r in April. Owing to his forceful personality, he became a popular and noted leader in the Confederacy. After the Union defeat at Manassas, he was looked upon as the coming Napoleon. He was confirmed as Major-General in the Confederate army on July 30, 1861, but he had held the provisional rank of Brigadier-General since February 20th, before a shot was fired. After his promotion to Major-General, he commanded the Army of the Mississippi under General A. S. Johnston, whom he succeeded at Shiloh. He defended Charleston, S. C., in 1862-3 and afterward commanded the Department of North Carolina and Southeastern Virginia. He died at New Orleans in 1893. and political idea, now stood where there had been but one--the North, with its powerful industrial organization and wealth; the South, with its rich agricultural empire. Both were calling upon the valor of their sons. At the nation's capital all was confusion and disorder. The tramp of infantry and the galloping of horsemen th
t Paducah, at Forts Henry and Donelson, and at Shiloh where he collected the artillery near the Landrsy, which we need not Brave southerners at Shiloh In the Southern record of the battle of Shily their faces and the records can show it. At Shiloh, with Anderson's brigade of brave fighters, th, in the belief of many, changed the result at Shiloh and prevented the utter rout or capture of Grad on the life that was yielded on the field of Shiloh. Beauregard succeeded to the command on theal charge The boats that turned the tide at Shiloh photographed a few days after the battle Th high at the close of this first bloody day at Shiloh. Whatever of victory there was at the end of rom Arkansas to join the Confederate forces at Shiloh; but the roads were bad and he was yet far awawork. The news of these two fearful days at Shiloh was astounding to the American people. Never n valor was tried to the full on both sides at Shiloh, and the record shows that it was equal to the[11 more...]
n that quarter would have been equally impossible. It was these floating fortresses that reduced Fort Henry and that gave indispensable aid at Fort Donelson. At Shiloh, when at the close of the first day's conflict the Confederates made a wild, impetuous dash on the Union camp, it was the two little wooden gunboats that aided indouble curve of the Mississippi, about forty miles below Columbus. It had been strongly fortified by General Beauregard, but Beauregard was called to Corinth and Shiloh and he turned the command over to General Mackall with about seven thousand men. It was confidently believed by its defenders that this fortified island would be ccupied the Tiptonville road. The Confederate garrison of seven thousand men could only surrender, and this they did, while the second day's battle was raging at Shiloh--April 7, 1862. A gunboat of fighting fame, the Cairo The first engagement of the Cairo, a third-rate ironclad of 512 tons, mounting six 42-pounders, six 32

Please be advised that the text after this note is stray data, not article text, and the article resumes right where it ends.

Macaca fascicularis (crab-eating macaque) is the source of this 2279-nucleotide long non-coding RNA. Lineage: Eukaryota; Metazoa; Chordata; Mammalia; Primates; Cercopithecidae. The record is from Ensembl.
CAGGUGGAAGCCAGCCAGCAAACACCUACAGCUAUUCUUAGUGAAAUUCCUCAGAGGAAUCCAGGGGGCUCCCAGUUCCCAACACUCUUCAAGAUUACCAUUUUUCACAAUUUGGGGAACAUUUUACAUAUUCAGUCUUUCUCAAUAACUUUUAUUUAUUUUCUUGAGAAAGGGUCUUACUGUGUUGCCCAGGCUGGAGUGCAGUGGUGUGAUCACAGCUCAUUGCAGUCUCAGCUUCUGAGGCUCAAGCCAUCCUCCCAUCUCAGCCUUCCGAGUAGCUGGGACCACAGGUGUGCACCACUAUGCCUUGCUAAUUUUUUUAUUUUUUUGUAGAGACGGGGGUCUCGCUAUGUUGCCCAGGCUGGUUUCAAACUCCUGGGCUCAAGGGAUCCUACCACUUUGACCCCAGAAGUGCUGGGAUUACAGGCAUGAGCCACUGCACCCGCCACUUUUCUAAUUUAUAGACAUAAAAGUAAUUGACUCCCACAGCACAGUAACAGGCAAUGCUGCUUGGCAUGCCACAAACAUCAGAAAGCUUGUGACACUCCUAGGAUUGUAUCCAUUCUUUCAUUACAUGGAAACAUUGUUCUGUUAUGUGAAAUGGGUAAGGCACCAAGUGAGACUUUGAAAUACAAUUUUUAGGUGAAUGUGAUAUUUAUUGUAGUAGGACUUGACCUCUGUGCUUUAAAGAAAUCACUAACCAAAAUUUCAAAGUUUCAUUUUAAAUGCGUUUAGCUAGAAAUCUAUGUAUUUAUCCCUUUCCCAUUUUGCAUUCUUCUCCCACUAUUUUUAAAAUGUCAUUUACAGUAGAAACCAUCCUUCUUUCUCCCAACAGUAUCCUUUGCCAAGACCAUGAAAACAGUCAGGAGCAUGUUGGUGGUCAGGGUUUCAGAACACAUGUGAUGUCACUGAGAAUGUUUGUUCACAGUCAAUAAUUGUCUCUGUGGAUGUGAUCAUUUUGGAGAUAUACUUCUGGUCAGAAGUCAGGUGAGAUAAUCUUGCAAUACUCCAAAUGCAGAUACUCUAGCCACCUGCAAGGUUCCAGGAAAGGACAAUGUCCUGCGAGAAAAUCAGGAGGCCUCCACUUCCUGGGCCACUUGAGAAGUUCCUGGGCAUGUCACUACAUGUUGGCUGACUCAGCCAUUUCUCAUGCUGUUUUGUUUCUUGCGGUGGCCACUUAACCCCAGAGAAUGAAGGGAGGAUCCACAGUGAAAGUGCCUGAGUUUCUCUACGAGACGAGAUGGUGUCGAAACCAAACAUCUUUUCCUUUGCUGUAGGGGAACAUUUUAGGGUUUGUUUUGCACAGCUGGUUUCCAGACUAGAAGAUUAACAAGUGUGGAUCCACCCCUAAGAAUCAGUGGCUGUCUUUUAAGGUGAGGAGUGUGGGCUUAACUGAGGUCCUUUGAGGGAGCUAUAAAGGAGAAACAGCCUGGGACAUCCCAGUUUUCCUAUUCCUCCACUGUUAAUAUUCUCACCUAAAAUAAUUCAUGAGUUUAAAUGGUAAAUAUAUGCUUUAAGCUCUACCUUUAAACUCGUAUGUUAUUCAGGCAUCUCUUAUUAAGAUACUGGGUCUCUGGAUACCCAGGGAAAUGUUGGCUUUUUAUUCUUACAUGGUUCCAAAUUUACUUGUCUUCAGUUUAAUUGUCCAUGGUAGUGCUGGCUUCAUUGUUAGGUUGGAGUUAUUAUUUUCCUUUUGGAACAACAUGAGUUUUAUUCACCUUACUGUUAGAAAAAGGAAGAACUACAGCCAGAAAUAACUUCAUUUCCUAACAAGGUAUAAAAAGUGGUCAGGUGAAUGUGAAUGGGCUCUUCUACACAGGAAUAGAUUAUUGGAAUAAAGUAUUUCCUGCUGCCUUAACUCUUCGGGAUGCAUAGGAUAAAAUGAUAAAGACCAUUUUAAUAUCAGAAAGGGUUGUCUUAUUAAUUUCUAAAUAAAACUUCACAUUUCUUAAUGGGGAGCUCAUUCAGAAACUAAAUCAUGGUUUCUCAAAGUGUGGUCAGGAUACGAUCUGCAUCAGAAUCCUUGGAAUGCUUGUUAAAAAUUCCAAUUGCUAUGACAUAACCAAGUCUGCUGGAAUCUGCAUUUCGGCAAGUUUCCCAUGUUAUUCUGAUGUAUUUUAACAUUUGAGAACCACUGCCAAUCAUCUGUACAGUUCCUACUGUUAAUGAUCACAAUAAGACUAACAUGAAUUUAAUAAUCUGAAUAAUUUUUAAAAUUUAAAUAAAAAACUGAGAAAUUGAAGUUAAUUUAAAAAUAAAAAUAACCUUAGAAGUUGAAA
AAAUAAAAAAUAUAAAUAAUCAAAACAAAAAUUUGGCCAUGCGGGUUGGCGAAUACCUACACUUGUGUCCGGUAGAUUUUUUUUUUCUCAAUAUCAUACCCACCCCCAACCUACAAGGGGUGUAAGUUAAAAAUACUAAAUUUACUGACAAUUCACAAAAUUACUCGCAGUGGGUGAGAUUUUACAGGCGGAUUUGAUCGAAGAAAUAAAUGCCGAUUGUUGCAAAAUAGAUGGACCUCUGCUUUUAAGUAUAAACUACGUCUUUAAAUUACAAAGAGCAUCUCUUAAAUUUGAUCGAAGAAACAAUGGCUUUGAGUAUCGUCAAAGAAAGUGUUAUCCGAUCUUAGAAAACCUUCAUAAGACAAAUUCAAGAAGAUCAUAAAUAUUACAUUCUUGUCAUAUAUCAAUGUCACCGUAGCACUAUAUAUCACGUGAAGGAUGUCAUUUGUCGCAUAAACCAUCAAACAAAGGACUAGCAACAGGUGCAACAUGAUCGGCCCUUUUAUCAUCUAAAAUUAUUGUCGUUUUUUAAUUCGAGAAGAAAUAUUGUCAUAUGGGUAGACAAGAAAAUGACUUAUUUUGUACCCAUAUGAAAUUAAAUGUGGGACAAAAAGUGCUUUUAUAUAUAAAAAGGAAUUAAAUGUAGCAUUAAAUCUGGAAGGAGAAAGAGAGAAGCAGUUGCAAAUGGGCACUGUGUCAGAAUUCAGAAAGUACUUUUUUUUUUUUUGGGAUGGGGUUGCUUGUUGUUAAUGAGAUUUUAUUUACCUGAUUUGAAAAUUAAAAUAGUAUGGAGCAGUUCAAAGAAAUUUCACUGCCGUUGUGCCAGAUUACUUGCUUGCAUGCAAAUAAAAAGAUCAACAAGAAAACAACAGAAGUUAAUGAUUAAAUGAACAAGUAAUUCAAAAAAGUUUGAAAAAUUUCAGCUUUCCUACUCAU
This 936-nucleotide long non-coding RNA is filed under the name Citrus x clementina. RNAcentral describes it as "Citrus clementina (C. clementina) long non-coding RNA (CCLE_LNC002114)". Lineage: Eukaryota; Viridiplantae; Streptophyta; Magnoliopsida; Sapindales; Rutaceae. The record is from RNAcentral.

were more strongholds to conquer and the heaviest battle was still in the future. Fort Pillow with its frowning cannon lay eighty miles or more below New Madrid, and eighty miles still farther down the great river was Memphis. Fort Pillow, and Fort Randolph, just below, must now be attacked in order to open the river to Vicksburg. A few days after the surrender of Island No.10, the gunboat fleet turned toward Fort Pillow. About this time General Pope was called with most of his army to Shiloh and Corinth, as Beauregard had been before, and the gunboats with a small portion of the land forces were left to fight their way down the Fort Pillow. Federal Floating Mortar Battery at Fort Pillow. There would have been no engagement at Fort Pillow had it not been for the continued annoyance inflicted upon that position by the curious little craft--one of which we see tied up to the wharf in the lower picture. Secure in the knowledge that Beauregard's presence with a large force
The Photographic History of The Civil War: in ten volumes, Thousands of Scenes Photographed 1861-65, with Text by many Special Authorities, Volume 1: The Opening Battles. (ed. Francis Trevelyan Miller), Engagements of the Civil War with losses on both sides December, 1860-August, 1862 (search)
1 killed, 2 wounded. Confed. 15 killed and wounded, 15 missing. April, 1862. April 5, 1862: Warwick and Yorktown Roads, Va. Union, Advance of 4th Corps, Army of Potomac, towards Yorktown. Confed. Gen. J. B. Magruder's command. Losses: Union 3 killed, 12 wounded. Confed. 1 killed, 10 wounded. April 5, 1862-May 4, 1862: siege of Yorktown, Va. Union, Army of Potomac, Gen. Geo. B. McClellan. Confed., Army commanded by Gen. Joseph E. Johnston. April 6-7, 1862: Shiloh or Pittsburg Landing, Tenn. Union, Army of Western Tennessee, commanded by Maj.-Gen. U. S. Grant, as follows: 1st Div., Maj.-Gen. J. A. McClernand; 2d Div., Maj.-Gen. C. F. Smith; 3d Div., Brig.-Gen. Lew Wallace; 4th Div., Brig.-Gen. S. A. Hurlburt; 5th Div., Brig.-Gen. W. T. Sherman; 6th Div., Brig.-Gen. B. M. Prentiss. Army of the Ohio commanded by Maj.-Gen. D. C. Buell, as follows: 2d Div., Brig.-Gen. A. McD. Cook; 4th Div., Brig.-Gen. W. Nelson; 5th Div., Brig.-Gen. T. L. Crittenden,